Beasley and Yao were married on March 20, 2020 but Yao filed for divorce on Dec. 8 of the same year shortly after cuddly pics surfaced of Beasley holding hands with Larsa Pippen.

Yao, 22, claimed earlier this month that Beasley kicked her and their son out of their joint home. She alleged on social media that the duo was bouncing around “hotels and Airbnb’s even moving states” until her parents agreed to help them.

The model also denied she cheated on Beasley, who began dating Pippen while they were still married. Pippen, 46, insisted that she met Beasley after he was separated from Yao, but photos of them in Miami suggest otherwise.

“It had nothing to do with me, so I wasn’t thinking anything about it,” Pippen said in February. “If you spent a minute Googling their situation, it wasn’t the ideal situation way before me.”

The article is here.

How Accurate are DNA Paternity Tests

On behalf of Ronald H. Kauffman, P.A. posted in Paternity on Tuesday, November 12, 2013.

You hear a knock at the door late one night. Someone hands you papers naming you as the father of a child you’ve never met. The name of the mother is unfamiliar to you. Your first thought is “what if my wife finds out?” Your second thought is “I should take a DNA child custody test to see if I’m the father!” How accurate are these tests?

In cases where a man disputes he is the father of a child – and in some cases a court can prohibit you from even testing to find out – you may want to take a DNA paternity test.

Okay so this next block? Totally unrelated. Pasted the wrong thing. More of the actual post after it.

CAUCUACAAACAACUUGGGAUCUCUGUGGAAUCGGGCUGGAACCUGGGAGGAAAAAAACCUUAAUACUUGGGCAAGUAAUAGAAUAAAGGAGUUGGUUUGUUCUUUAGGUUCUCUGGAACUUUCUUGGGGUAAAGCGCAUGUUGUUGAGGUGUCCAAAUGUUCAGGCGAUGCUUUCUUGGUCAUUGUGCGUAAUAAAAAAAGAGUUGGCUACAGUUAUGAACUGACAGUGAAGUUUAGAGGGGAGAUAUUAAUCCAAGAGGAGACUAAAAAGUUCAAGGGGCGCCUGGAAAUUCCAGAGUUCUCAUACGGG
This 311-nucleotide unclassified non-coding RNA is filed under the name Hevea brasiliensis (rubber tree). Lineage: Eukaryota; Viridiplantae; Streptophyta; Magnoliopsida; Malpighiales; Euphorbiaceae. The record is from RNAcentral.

In a DNA test, a Q-tip is scraped on the inside of your cheeks to collect buccal skin cells. The collection process is painless – at least as compared to a blood test – and takes only about 10 seconds per cheek.

The skin cells are used to extract your DNA. The test is looking for repetitive regions in your DNA. The test examines your DNA for different genetic markers, or alleles, which vary from person to person. For example, a test may show you have allele D7S820 with 15 repeats in your DNA. Someone else, on the other hand, may have only 10 repeats of D7S820.

Since the mother, father and child all have the same number of repeats, it means that there is a high probability that the child must be the offspring of both parents. DNA centers usually test 17 or more repeat areas, since relying on only one area would be too small a sample size.

But, what if the testing laboratory incorrectly analyzes a DNA sample? The Oklahoma Supreme Court considered exactly this problem in Berman v. Laboratory Corp. of America.

In Berman, the mother asked Oklahoma to determine the paternity of her child, and to collect child support from the father. An agency arranged for a lab to collect DNA for the test. The lab incorrectly reported that a man was not the child’s father.

However, after a different laboratory performed the DNA test, it found the same man was the father. The mother sued the first lab for the loss of past and future child support the father would have paid if the DNA test results were correct.

The Oklahoma Supreme Court decided that the lab owed a duty to the parents to use care in conducting accurate DNA testing for child support.

The importance of reliable and accurate DNA results cannot be overstated. You should always have professional advice instead of just trusting a piece of paper assuring you “probability of paternity 99.99%”.